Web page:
Other tools that have affected the Covid-19 vaccine market include the WHO Global Covid-19 Vaccination Strategy, which signalled to manufacturers that they should plan for future demand, and the UNICEF vaccine market dashboard, which reveals what price vaccines are selling for, so even countries making bilateral deals pay the most competitive price to manufacturers. GAVI has documented its use of market shaping tools in other vaccine markets, and between 2016 and 2020 this resulted in price and supply stabilisation for yellow fever, pentavalent and pneumococcal vaccines. But the timeline for the successful development of a stable and “healthy market” was a relatively long one, up to 15 years.
The COVAX procurement alliance included a self-financing stream for richer countries like Australia, Canada, New Zealand, Norway, the UK and South Korea, and a stream for 92 lower-income countries reliant on donor doses. “For high income countries (HICs) also pursuing bilateral deals, part of the value proposition of COVAX was as ‘a hedge’, in effect,” says Thornton. “If their bilateral deals fell through, or a given product wasn’t effective against a variant, for example, joining COVAX gave HICs access to some doses.”
Bringing high- and low-income countries together aimed to incentivise vaccine production among manufacturers, creating enough demand for Covid-19 vaccines to make investment in their development worthwhile, and also to give the donor-financed countries more purchasing power, which would drive down prices for all members.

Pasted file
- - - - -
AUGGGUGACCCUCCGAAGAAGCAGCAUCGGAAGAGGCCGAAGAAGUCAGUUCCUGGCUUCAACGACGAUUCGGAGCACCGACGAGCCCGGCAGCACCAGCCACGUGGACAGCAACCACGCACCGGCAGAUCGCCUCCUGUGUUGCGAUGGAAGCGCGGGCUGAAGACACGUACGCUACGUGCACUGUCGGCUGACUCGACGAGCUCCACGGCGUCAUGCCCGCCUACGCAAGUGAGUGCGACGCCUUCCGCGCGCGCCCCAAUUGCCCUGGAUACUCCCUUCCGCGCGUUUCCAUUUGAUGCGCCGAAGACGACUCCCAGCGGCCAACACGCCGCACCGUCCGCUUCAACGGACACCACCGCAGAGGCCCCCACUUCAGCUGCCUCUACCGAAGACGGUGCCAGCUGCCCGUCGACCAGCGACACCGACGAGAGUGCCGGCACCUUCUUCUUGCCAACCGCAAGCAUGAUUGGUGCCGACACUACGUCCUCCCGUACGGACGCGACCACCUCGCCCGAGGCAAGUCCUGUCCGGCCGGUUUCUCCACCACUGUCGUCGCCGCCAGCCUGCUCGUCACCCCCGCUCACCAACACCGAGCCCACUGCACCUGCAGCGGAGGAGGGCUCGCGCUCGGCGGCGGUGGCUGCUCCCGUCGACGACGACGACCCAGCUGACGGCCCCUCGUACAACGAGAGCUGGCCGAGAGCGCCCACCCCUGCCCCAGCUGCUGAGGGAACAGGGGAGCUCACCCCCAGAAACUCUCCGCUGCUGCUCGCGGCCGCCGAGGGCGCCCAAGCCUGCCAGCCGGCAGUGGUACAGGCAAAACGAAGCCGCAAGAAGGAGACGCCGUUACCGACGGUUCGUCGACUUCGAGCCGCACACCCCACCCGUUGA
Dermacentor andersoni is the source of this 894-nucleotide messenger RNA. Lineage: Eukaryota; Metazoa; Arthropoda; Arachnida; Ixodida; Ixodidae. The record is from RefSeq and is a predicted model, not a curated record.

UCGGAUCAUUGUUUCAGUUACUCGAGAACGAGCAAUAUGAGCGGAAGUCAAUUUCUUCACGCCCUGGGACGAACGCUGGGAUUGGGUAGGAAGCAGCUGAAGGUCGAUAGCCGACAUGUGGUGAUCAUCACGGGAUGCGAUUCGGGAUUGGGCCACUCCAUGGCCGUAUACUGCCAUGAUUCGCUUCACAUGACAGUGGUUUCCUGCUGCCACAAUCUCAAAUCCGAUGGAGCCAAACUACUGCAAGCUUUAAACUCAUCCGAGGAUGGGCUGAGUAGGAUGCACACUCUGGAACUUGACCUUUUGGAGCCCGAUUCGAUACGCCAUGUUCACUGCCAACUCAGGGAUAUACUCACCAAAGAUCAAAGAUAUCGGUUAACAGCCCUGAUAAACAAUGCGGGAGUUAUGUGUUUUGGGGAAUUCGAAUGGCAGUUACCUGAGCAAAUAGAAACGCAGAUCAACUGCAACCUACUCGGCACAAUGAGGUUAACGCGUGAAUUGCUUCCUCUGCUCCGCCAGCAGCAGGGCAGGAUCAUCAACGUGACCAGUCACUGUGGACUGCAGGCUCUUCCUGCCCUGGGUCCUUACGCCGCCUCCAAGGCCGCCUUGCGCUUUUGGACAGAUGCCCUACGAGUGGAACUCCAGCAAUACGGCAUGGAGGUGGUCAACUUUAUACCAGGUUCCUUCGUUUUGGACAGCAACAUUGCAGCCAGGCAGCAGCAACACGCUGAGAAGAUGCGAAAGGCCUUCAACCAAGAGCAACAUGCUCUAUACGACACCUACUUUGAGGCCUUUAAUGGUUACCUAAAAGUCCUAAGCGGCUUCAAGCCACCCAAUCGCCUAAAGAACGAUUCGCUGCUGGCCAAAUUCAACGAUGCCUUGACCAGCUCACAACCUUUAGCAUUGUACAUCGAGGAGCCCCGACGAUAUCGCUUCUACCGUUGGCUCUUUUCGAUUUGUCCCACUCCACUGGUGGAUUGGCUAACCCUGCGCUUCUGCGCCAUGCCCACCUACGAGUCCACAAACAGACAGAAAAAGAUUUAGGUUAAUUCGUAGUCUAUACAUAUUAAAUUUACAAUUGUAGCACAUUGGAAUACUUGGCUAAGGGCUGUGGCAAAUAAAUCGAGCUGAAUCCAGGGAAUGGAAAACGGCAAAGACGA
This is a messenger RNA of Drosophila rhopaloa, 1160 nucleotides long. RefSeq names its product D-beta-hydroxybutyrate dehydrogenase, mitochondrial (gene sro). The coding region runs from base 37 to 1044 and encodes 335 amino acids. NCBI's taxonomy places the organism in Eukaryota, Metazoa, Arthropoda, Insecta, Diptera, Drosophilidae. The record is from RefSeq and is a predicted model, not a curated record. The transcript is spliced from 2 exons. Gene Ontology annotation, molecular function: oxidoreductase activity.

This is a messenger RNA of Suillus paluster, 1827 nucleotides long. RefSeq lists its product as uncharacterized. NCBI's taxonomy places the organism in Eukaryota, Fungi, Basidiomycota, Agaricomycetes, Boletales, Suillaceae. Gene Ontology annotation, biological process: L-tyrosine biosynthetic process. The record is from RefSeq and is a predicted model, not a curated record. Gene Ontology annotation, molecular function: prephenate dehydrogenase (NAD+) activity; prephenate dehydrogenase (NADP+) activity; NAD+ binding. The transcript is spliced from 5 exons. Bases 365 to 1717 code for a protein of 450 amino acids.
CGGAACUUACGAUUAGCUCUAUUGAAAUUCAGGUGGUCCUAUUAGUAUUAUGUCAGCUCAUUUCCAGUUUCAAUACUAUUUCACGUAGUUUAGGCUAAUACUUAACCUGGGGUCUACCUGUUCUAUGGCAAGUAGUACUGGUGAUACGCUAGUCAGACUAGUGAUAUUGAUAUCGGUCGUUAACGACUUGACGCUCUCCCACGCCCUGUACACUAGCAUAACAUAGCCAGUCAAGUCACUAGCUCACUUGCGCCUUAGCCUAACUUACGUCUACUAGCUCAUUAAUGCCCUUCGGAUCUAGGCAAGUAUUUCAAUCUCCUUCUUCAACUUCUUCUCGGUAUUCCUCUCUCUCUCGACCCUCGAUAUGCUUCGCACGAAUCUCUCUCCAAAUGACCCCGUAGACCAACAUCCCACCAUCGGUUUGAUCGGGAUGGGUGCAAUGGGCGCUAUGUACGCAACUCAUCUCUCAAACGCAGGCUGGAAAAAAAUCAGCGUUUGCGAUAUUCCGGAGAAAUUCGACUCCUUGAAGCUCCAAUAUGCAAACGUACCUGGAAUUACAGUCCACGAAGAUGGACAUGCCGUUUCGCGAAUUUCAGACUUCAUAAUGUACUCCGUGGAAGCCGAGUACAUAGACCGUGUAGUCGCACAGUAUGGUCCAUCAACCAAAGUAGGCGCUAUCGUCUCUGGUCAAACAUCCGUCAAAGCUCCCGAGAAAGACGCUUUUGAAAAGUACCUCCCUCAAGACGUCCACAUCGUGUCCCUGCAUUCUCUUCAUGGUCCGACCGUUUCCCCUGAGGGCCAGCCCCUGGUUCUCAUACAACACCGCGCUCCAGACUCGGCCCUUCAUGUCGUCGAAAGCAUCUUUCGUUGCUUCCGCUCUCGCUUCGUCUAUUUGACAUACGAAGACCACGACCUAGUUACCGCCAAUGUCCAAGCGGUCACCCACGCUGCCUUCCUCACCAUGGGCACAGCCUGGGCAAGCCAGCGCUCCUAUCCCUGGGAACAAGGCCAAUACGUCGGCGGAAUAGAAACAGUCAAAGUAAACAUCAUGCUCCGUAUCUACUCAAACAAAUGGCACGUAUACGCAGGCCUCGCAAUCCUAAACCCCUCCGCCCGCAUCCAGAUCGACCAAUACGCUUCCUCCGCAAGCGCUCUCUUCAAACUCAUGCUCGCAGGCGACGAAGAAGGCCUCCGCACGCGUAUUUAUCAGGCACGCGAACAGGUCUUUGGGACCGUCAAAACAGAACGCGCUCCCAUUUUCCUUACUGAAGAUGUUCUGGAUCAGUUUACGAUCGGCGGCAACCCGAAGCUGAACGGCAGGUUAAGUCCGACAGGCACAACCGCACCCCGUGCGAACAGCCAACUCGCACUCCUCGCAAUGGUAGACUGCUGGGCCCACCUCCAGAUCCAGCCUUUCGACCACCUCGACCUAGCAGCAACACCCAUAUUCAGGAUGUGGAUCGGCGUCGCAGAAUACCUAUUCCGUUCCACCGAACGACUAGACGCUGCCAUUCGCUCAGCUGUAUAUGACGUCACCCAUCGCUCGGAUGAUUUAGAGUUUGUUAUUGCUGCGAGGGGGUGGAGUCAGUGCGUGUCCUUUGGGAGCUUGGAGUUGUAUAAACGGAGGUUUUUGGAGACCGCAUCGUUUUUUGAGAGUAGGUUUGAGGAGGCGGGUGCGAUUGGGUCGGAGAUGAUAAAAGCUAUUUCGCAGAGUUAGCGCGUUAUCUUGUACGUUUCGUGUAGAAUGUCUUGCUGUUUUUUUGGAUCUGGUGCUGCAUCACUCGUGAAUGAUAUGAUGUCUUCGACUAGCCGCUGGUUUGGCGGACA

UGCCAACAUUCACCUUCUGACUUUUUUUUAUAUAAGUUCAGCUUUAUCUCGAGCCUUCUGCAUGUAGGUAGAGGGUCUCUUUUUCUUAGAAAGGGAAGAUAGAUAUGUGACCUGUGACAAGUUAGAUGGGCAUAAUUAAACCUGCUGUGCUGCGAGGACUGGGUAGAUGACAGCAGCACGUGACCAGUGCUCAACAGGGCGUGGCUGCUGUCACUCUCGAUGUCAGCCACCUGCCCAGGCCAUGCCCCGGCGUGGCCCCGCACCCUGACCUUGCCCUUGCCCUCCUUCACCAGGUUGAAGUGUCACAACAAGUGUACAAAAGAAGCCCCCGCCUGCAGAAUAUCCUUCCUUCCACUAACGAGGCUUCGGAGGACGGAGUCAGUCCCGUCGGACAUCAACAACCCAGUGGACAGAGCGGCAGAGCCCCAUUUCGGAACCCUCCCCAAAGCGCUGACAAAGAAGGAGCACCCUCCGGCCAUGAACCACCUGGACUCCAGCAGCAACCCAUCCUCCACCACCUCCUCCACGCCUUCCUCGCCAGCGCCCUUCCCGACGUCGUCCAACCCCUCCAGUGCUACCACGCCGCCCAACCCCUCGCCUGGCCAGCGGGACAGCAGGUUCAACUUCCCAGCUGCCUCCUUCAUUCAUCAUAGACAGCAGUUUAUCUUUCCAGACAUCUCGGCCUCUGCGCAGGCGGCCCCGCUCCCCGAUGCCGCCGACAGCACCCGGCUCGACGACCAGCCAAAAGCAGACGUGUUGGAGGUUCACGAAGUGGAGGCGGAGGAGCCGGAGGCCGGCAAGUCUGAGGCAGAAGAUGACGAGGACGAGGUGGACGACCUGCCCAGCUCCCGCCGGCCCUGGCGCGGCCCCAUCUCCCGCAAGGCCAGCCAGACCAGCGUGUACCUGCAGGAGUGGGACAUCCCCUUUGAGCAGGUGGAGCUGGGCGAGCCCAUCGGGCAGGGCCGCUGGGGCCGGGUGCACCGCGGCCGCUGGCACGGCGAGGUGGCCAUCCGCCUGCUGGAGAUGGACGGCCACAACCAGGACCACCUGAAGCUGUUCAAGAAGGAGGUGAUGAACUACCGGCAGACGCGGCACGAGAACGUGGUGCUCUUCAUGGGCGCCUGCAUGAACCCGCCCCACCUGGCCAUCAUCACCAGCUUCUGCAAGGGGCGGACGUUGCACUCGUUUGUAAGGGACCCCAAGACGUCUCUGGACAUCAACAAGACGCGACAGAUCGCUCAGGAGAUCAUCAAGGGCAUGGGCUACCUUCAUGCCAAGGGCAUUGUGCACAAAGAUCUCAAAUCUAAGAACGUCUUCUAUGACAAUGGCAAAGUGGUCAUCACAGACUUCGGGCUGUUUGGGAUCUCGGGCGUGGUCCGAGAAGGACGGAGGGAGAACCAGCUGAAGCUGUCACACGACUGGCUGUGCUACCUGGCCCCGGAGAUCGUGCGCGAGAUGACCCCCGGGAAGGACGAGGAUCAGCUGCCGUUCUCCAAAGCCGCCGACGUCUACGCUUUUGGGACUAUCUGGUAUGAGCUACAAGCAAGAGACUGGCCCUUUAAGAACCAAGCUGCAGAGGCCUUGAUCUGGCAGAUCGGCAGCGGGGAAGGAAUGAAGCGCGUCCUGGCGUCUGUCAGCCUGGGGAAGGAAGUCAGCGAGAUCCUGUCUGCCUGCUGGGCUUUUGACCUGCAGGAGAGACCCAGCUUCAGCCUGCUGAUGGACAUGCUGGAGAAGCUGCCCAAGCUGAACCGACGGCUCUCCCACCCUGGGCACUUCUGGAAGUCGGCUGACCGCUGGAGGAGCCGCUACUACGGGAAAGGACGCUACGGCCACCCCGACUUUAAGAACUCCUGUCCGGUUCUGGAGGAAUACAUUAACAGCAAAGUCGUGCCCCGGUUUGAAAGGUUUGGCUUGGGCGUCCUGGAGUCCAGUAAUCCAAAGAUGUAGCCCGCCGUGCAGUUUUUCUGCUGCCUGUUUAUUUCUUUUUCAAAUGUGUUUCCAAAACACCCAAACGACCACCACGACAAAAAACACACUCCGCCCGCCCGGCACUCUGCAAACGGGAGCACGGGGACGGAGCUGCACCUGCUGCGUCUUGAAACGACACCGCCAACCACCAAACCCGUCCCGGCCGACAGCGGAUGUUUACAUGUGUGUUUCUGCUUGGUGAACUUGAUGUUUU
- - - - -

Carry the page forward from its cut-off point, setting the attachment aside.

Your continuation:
By the end of 2021, rich countries are predicted to have a cumulative surplus of 1.06 billion doses. These surplus doses should be contributed to COVAX.
Yet the uncertainty, demand and speed of the 2020 Covid-19 vaccine market was unprecedented. It took time for COVAX to attract members and secure funding, by which point many manufacturers worldwide had their order books full. Thornton explains that many high-income countries did not wait for regulatory approval before making bilateral deals and had more success with them than anticipated. From May 2020, the US signed multiple contracts with manufacturers without regard to price or conditions in a public-private partnership literally called Operation Warp Speed. They also invoked the Defence Production Act 18 times to prevent exports of raw materials for vaccines or the vaccines themselves from the United States.
By the end of 2021, rich countries are predicted to have a cumulative surplus of 1.06 billion doses. These surplus doses should be contributed to COVAX. As Thornton says, given their success with bilateral deals now, “many HICs are forfeiting their allocations through COVAX or re-donating them to support access for LMICs”. For all its problems, COVAX is significantly reducing the historical delay of 15–20 years for vaccines to reach low-income countries after they have been rolled out in rich countries. And COVAX has delivered 190 million vaccine doses to places that would otherwise have struggled to afford them. COVAX should be made permanent, as an international vaccine procurement organisation with stable funding to secure deals and shore up supply more quickly during a crisis. Its experience in market shaping and coordination capacity will be crucial for the long-term global response to the Covid-19 pandemic, and any to come in the future.